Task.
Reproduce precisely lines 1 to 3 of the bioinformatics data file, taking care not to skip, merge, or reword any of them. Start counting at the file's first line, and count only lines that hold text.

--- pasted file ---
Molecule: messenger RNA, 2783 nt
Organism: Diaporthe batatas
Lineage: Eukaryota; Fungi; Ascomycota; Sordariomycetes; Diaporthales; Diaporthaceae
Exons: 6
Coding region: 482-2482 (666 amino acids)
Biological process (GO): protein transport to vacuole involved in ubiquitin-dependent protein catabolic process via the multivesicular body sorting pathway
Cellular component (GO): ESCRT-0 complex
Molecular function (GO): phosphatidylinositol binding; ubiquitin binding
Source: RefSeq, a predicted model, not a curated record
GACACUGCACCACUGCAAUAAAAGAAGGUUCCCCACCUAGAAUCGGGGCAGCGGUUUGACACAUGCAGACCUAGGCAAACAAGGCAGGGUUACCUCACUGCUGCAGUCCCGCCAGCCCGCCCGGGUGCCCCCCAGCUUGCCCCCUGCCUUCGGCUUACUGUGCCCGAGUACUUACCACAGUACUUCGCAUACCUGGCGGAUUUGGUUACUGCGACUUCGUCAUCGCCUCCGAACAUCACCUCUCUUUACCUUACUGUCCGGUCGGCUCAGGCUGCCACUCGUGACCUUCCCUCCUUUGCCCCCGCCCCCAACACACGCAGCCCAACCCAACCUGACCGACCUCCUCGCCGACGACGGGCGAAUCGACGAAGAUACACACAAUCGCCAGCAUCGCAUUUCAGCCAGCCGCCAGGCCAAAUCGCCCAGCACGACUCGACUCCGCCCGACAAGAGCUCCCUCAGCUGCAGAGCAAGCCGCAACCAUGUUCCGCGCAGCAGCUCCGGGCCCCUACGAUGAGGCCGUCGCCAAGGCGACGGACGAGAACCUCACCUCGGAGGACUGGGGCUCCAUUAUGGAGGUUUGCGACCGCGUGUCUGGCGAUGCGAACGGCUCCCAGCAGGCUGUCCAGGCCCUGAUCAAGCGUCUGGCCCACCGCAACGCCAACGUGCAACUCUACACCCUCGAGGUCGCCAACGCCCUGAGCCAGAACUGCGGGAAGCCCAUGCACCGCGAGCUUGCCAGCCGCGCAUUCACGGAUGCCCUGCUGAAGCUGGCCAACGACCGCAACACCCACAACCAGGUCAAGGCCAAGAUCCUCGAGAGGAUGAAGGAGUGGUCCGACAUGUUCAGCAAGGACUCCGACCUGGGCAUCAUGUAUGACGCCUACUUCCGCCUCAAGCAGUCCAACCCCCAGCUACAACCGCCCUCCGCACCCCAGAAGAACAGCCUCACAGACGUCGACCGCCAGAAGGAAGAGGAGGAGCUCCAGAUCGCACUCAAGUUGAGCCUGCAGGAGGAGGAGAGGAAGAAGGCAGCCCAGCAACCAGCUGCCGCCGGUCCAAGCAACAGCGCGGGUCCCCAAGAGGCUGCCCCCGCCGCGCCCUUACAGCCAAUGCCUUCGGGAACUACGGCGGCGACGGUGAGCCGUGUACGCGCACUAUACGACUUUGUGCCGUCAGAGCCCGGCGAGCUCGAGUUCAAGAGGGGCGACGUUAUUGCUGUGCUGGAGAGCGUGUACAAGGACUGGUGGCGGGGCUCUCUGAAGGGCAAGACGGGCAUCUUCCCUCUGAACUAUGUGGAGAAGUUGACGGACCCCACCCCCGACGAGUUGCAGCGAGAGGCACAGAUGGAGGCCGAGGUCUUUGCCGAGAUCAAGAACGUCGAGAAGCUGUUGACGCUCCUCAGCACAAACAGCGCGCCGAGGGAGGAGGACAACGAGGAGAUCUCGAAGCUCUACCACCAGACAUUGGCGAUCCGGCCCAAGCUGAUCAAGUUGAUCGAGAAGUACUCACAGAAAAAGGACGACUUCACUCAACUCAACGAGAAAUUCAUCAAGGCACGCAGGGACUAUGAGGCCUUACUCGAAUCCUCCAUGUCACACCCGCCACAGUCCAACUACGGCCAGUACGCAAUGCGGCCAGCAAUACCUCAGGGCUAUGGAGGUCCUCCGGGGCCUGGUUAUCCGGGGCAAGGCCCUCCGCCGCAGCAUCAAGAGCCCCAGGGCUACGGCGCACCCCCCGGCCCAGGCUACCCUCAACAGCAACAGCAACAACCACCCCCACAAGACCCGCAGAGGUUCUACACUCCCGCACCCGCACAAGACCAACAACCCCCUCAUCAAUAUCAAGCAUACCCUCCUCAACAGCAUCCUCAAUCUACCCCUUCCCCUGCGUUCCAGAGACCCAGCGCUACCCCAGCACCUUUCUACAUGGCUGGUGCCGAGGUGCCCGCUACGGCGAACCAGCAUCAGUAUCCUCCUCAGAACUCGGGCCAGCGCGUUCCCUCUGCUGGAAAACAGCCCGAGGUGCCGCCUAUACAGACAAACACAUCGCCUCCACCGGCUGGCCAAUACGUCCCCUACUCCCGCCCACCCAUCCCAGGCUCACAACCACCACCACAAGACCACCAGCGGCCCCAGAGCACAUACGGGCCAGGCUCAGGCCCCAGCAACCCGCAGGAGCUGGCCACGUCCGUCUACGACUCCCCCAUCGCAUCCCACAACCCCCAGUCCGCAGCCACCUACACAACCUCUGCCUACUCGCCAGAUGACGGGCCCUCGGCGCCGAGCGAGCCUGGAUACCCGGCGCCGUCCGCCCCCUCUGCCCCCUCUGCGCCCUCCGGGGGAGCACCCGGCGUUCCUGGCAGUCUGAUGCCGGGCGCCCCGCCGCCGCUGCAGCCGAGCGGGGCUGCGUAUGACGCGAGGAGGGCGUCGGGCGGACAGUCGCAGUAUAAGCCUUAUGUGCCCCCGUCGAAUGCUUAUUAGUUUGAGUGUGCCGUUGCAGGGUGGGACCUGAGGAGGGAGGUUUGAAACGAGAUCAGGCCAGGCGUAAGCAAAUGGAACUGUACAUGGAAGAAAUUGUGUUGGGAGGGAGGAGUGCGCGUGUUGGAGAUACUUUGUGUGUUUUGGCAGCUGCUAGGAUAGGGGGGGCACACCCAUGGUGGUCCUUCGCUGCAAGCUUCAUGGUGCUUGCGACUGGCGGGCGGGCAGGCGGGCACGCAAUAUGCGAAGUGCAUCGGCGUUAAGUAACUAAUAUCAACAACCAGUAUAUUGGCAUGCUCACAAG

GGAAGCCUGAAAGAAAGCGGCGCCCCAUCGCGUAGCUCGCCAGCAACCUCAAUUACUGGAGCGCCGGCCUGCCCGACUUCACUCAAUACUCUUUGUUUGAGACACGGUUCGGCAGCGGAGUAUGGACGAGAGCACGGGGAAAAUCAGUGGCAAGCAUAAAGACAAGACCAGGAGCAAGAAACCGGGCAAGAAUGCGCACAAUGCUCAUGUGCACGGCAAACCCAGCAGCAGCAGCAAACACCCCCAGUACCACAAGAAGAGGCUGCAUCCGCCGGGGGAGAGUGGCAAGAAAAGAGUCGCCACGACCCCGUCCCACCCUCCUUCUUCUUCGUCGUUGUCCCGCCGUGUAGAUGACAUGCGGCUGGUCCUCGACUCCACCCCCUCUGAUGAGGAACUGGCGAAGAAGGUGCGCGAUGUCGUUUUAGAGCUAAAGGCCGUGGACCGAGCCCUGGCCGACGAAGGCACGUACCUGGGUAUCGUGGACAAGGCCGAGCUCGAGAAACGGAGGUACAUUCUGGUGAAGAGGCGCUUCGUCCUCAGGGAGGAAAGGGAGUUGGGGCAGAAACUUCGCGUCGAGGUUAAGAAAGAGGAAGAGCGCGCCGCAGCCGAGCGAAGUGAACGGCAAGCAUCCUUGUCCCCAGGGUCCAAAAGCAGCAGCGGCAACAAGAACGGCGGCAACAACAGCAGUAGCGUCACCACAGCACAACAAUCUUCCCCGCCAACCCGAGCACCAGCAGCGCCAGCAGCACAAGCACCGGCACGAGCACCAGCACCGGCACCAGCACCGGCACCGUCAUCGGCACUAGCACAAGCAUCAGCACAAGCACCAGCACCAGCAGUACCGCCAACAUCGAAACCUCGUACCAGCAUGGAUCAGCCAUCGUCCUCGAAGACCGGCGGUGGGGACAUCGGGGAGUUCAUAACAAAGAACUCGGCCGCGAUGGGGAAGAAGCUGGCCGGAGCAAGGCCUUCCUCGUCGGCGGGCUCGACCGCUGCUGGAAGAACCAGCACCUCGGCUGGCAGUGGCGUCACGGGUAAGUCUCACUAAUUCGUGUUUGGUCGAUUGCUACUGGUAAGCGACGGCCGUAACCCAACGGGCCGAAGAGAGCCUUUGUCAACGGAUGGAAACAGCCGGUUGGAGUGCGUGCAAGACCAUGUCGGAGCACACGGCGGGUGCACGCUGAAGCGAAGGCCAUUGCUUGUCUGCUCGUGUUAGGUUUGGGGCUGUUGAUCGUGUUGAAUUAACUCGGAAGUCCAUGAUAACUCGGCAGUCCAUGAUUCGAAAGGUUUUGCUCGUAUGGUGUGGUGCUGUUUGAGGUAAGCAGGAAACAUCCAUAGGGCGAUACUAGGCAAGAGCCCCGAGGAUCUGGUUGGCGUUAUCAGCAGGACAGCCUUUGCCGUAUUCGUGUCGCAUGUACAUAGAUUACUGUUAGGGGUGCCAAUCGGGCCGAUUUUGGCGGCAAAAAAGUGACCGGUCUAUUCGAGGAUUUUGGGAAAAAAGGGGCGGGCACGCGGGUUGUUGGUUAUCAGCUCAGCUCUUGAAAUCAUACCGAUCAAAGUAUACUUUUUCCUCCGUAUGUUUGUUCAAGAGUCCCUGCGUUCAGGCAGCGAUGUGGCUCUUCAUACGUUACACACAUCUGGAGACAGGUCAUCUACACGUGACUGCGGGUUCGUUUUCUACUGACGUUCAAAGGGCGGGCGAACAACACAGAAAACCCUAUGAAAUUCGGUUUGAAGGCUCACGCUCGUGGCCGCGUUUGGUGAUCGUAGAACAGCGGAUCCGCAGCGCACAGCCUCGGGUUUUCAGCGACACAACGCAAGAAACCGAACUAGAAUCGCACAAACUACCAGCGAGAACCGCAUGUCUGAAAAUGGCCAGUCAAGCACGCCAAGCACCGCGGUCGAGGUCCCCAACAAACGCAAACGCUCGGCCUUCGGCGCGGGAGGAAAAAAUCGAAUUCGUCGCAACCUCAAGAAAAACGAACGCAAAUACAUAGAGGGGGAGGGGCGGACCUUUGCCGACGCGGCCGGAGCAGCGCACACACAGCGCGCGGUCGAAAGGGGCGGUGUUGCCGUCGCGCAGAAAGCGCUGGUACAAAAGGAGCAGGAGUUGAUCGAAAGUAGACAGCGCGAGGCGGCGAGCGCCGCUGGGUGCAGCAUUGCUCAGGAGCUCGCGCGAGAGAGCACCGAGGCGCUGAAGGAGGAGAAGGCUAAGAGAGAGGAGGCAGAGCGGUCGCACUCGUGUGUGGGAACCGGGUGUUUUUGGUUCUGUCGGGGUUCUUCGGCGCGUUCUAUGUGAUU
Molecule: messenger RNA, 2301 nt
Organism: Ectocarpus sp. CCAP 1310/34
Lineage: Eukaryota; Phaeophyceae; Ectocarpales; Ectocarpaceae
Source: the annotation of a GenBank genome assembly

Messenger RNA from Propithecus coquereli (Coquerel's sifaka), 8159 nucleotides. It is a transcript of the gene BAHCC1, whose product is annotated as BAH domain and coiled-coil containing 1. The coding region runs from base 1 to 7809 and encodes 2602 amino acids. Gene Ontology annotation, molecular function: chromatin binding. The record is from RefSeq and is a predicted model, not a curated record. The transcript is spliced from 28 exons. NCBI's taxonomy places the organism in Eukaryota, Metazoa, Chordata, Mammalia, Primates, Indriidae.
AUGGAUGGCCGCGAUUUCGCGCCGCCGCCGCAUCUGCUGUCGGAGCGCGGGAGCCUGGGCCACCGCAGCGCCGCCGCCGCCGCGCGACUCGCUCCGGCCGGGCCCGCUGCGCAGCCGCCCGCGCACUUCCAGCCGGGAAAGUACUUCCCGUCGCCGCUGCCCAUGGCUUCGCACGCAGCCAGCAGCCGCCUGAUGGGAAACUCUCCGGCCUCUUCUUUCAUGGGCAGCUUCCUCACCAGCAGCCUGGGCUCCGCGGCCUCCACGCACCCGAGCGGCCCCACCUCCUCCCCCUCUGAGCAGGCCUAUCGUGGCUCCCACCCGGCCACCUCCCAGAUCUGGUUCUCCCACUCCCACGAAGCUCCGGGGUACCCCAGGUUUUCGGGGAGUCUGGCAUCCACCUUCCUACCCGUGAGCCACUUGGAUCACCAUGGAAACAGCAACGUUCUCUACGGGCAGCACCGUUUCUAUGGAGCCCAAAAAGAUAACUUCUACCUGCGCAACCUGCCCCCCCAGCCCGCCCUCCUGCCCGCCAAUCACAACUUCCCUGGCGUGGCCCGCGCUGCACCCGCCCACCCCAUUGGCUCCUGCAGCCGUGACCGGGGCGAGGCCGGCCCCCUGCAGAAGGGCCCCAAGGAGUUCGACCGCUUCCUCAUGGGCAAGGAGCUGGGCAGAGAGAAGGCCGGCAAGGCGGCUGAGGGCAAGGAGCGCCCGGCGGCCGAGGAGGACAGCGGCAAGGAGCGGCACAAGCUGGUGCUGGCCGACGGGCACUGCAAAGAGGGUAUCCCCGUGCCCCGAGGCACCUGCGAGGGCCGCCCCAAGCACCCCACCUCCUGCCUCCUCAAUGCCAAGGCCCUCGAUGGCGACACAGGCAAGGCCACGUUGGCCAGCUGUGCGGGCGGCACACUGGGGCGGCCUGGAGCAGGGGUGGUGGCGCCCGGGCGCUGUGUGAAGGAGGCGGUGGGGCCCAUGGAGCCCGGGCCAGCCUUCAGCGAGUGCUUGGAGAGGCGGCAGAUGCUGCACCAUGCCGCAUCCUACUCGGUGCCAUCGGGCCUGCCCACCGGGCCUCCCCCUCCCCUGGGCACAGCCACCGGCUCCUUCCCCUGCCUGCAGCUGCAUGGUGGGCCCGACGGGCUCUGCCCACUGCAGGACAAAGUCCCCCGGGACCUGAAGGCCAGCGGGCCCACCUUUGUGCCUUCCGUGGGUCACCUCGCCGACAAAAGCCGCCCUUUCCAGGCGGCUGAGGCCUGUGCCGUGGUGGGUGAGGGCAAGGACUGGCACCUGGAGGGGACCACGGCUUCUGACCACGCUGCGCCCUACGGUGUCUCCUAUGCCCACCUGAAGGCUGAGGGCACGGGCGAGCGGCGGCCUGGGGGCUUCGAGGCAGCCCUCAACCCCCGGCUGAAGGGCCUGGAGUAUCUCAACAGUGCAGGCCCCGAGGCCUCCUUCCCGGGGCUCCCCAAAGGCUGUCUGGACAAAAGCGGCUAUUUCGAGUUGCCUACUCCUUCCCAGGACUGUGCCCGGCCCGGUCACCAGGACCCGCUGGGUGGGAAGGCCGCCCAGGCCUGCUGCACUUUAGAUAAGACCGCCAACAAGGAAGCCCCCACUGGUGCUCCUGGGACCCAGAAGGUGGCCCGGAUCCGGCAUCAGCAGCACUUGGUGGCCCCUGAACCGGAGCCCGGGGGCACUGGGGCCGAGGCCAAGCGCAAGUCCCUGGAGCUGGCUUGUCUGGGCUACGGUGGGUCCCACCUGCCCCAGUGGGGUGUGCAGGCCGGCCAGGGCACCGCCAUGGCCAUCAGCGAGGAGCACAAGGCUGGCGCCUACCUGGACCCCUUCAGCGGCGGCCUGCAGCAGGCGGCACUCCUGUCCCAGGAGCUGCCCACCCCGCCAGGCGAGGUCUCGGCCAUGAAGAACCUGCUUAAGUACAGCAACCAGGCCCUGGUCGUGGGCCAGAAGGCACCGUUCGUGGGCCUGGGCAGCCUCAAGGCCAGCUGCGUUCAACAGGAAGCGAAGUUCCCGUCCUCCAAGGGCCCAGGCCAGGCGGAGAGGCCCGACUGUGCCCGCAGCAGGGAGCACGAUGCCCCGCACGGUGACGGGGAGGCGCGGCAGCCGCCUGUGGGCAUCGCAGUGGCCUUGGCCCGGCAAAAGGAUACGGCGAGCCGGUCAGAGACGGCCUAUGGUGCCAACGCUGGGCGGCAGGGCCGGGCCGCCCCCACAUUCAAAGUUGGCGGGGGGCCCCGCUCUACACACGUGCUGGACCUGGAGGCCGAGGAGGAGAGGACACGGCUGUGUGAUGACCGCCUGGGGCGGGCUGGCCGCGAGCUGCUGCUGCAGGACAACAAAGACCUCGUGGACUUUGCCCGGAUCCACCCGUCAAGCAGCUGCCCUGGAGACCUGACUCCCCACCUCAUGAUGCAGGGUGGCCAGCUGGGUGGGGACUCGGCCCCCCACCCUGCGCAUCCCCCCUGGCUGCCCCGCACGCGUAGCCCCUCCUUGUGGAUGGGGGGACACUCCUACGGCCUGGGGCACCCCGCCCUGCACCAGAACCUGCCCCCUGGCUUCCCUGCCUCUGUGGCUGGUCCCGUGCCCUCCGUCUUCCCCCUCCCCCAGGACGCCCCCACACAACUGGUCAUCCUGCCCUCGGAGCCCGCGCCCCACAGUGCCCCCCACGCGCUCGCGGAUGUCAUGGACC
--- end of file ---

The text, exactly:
Molecule: messenger RNA, 2783 nt
Organism: Diaporthe batatas
Lineage: Eukaryota; Fungi; Ascomycota; Sordariomycetes; Diaporthales; Diaporthaceae